JON CONNOR 

(Write-in candidate)

Occupation: U.S. Air Force, retired; owner of Logistics Services & Consulting; local Realtor

Jon Connor Submitted

Education: Studying at Park University; Associate of Applied Science degree in transportation management from Community College of the Air Force; Lewiston High School

Family: Wife, Angie, daughter Julia and son-in-law Josh, daughter McKayla and son Jonny.

Political experience: None officially, however I like to think I learned a thing or two about politics over a 20-year military career.

Why are you running for school committee? If elected, what will be your priorities?

I’m running for School Committee as a write-in candidate in Ward 7 because I believe voters deserve options. If elected, my three primary priorities are: 1. Accountability — right is right and wrong is wrong —rules must be adhered to. 2. Fiscal responsibility — Scrutinize the school budget, find efficiencies, not raise taxes. 3. Common sense policy — Raise and uphold standards, strengthen trades and civics curriculums, keep radicalization and indoctrination of any kind out of public education.

What do you like and what don’t you like about the school budget that passed in the spring?

I liked seeing a reduction or no change in eight of the 31 summarized categories. I liked that the largest percentage increase was for student support. What I don’t like about the budget is not knowing enough about it. It is impossible to make statements about cutting budgets without knowing who and what it affects. That is why I plan to spend as much time as possible with students, ed techs, teachers, administrators, cafeteria workers, library workers, counselors and custodians to get a better understanding of what is needed and how resources are being utilized for maximum efficiency and effectiveness.

Lewiston has one of the lowest graduation rates in the state. What can be done to address that problem?

I believe there are ways to engage the students to increase the graduation rate of Lewiston High School. For starters, we need to monitor the progress of all students and be proactive with our intervention when they show early signs of attendance, behavior or academic problems. We should also provide individualized support to those who have fallen off track and face challenges. Most importantly, we need to offer curricula and programs that connect schoolwork with college and career success that improve students’ capacity to manage challenges in and out of school.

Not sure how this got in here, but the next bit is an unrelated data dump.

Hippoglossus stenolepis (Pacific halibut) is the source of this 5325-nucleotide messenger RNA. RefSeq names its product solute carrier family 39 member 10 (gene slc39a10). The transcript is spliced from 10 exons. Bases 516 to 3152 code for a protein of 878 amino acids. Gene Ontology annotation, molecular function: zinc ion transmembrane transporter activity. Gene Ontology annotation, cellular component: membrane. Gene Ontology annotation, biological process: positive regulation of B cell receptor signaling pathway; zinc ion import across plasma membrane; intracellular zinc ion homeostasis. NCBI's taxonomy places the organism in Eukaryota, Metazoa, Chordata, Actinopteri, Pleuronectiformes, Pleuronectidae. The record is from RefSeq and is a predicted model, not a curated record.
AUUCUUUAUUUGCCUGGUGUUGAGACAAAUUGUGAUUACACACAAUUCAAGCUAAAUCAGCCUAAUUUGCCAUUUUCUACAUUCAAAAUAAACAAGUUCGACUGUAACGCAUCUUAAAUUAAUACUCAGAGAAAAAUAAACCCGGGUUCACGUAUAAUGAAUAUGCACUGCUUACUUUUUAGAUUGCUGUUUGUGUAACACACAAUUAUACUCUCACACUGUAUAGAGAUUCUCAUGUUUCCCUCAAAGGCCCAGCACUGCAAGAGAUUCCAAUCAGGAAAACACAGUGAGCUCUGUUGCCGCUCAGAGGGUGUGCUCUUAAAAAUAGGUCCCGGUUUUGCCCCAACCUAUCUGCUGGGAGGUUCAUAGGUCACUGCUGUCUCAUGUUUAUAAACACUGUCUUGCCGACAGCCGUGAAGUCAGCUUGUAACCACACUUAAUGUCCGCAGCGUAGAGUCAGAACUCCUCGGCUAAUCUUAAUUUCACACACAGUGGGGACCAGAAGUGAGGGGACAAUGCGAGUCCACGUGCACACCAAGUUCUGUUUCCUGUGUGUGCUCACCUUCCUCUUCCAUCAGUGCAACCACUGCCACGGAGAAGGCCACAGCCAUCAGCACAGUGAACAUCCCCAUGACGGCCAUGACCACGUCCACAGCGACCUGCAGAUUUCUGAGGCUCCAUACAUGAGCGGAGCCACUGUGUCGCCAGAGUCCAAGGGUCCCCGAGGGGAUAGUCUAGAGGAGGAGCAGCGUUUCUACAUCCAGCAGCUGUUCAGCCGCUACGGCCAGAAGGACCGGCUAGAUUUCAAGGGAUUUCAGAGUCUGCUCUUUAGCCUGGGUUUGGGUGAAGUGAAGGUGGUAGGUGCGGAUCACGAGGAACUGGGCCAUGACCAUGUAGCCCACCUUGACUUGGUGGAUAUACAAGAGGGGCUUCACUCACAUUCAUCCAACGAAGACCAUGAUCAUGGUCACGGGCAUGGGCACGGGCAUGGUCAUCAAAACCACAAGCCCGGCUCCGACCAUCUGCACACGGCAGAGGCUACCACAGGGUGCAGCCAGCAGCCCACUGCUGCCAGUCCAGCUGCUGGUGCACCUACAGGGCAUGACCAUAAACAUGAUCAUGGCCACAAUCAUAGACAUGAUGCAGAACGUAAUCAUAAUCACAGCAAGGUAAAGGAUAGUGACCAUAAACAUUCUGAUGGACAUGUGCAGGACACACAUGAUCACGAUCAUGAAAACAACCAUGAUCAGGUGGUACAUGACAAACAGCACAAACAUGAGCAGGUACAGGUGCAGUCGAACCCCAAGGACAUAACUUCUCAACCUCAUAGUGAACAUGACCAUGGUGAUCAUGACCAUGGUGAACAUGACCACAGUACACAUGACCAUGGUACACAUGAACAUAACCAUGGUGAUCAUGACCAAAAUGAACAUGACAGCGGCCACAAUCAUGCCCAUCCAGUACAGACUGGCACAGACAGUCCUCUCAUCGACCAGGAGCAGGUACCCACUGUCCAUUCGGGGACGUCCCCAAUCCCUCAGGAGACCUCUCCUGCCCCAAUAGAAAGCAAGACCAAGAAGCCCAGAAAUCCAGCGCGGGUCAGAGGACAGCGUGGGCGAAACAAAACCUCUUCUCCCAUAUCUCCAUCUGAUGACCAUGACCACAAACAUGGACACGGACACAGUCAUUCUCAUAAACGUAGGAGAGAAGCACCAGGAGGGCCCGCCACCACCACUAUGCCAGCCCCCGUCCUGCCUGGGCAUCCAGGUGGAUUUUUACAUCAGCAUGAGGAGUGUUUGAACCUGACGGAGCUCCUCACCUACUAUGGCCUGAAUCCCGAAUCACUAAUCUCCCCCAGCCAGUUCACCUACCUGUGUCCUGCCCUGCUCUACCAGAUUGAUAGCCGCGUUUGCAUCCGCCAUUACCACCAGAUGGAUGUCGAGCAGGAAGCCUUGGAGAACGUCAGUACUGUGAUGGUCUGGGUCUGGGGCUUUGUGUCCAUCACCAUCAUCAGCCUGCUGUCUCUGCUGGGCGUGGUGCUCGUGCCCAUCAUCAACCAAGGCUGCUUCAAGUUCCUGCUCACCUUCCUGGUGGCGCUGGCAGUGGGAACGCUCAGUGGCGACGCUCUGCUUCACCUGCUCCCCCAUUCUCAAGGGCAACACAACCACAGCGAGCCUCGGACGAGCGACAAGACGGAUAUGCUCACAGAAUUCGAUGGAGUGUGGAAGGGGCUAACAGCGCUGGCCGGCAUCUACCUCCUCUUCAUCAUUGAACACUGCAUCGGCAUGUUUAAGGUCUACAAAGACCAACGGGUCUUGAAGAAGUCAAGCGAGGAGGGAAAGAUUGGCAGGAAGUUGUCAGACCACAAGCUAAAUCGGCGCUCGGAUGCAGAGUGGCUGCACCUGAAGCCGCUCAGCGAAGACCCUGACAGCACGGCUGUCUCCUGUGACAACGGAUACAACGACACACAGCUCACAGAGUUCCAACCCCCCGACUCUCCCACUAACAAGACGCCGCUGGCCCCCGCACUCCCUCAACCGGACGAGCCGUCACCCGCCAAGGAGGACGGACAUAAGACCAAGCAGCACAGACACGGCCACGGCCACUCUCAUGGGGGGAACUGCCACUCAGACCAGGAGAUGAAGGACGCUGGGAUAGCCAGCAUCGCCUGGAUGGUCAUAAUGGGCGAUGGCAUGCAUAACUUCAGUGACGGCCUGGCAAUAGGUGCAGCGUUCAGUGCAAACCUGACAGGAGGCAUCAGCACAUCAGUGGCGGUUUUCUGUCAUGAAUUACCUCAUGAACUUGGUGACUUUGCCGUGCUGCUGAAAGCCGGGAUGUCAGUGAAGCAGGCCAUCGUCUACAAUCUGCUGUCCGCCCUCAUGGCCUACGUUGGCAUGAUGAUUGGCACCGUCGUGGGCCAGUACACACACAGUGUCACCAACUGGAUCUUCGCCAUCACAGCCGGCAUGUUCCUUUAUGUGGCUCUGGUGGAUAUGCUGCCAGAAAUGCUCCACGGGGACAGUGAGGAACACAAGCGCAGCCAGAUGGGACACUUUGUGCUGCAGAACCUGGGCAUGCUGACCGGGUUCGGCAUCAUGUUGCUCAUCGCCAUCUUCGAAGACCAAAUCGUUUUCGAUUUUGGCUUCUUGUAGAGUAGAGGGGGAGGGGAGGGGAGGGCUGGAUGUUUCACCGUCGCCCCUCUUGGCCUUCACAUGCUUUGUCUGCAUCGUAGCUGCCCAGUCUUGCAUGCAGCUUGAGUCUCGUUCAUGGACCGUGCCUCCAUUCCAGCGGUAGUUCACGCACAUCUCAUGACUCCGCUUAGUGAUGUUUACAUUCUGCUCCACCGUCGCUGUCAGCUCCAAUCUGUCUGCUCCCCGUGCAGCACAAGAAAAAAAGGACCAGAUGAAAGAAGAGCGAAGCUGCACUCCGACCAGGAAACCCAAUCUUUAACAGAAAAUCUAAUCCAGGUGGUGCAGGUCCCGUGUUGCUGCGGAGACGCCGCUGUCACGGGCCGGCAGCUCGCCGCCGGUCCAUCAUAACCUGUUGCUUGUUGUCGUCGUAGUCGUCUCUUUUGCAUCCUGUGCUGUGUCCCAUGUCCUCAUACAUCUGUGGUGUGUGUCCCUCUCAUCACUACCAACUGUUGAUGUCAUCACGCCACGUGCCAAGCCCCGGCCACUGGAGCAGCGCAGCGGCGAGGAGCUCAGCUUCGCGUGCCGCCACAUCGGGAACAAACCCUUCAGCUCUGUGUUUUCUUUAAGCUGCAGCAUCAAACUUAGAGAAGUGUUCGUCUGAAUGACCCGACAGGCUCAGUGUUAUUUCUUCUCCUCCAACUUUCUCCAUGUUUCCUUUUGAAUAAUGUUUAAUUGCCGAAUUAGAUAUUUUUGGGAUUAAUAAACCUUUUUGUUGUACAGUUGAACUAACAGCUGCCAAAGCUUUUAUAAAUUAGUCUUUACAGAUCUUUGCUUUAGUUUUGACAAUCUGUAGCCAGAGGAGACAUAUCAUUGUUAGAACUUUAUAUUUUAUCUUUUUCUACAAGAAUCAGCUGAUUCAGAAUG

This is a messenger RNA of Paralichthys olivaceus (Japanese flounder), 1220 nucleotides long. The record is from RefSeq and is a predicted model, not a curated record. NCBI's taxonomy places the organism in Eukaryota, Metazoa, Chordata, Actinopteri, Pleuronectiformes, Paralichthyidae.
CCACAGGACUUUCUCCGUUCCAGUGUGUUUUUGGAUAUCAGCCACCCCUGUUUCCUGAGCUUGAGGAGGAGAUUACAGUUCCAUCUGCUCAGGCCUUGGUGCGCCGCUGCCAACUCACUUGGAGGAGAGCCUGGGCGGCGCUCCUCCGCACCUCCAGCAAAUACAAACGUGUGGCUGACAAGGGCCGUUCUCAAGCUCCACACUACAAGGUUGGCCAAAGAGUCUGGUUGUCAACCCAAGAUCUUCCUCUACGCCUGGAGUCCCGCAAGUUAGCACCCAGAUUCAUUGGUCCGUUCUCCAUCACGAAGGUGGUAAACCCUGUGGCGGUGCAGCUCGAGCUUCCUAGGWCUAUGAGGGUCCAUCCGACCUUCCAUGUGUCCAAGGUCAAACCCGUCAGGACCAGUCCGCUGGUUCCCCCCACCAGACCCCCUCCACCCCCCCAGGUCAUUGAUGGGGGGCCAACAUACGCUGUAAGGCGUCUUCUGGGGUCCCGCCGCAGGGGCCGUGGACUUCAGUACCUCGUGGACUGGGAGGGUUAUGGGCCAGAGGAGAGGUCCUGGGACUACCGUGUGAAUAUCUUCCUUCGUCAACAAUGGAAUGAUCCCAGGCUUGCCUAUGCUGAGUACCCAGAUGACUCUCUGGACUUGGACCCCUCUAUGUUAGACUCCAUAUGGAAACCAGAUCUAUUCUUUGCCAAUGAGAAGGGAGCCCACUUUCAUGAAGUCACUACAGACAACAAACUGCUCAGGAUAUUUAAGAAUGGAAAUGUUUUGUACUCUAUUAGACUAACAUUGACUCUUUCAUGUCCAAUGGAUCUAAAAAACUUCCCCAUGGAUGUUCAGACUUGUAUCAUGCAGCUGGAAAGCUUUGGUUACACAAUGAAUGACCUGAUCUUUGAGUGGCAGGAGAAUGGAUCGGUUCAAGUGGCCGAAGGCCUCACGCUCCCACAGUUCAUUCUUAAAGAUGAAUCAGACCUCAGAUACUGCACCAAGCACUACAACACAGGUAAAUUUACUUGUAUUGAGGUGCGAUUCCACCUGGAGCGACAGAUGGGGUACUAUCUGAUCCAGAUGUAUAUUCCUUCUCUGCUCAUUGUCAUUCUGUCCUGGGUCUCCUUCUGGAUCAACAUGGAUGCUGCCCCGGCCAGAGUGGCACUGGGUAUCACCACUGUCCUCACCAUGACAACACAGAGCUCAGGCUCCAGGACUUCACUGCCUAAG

RYAN DONOVAN

Occupation: Loan operations representative, Androscoggin Bank

Ryan Donovan Submitted

Education: Lewiston High School 2015; University of Southern Maine part time working on a bachelor of arts in business administration

Family: Mother Debbie Grenier, grandfather Gerry Grenier, grandmother Lucille Grenier.

Political experience: This is my first time running for office.

Why are you running for school committee? If elected, what will be your priorities? 

I am running because I am passionate about our community, and I believe that Lewiston schools need to be funded properly with the right programs to have our kids ready to fill the needs of the next generation workforce. My priorities include reducing class sizes, bolstering graduation rates, examining and eliminating Lewiston schools’ carbon footprint, and funding science, technology, engineering and math, and vocational programs that will make Lewiston graduates.

What do you like and what don’t you like about the school budget that passed in the spring? 

I liked that the new elementary school was properly funded, and steps were taken to ensure students were able to get to school safely and on time. I would like to see more full-time classroom positions to reduce class sizes across all schools.

Lewiston has one of the lowest graduation rates in the state. What can be done to address that problem?

We need to work to reduce our class sizes. Another way is to offer programs and pathways for students to be able to learn skills that directly connect to their future careers or college aspirations. We also need to focus on attendance and poor grade performance to make sure students who are falling behind get the attention they need to get back on track.


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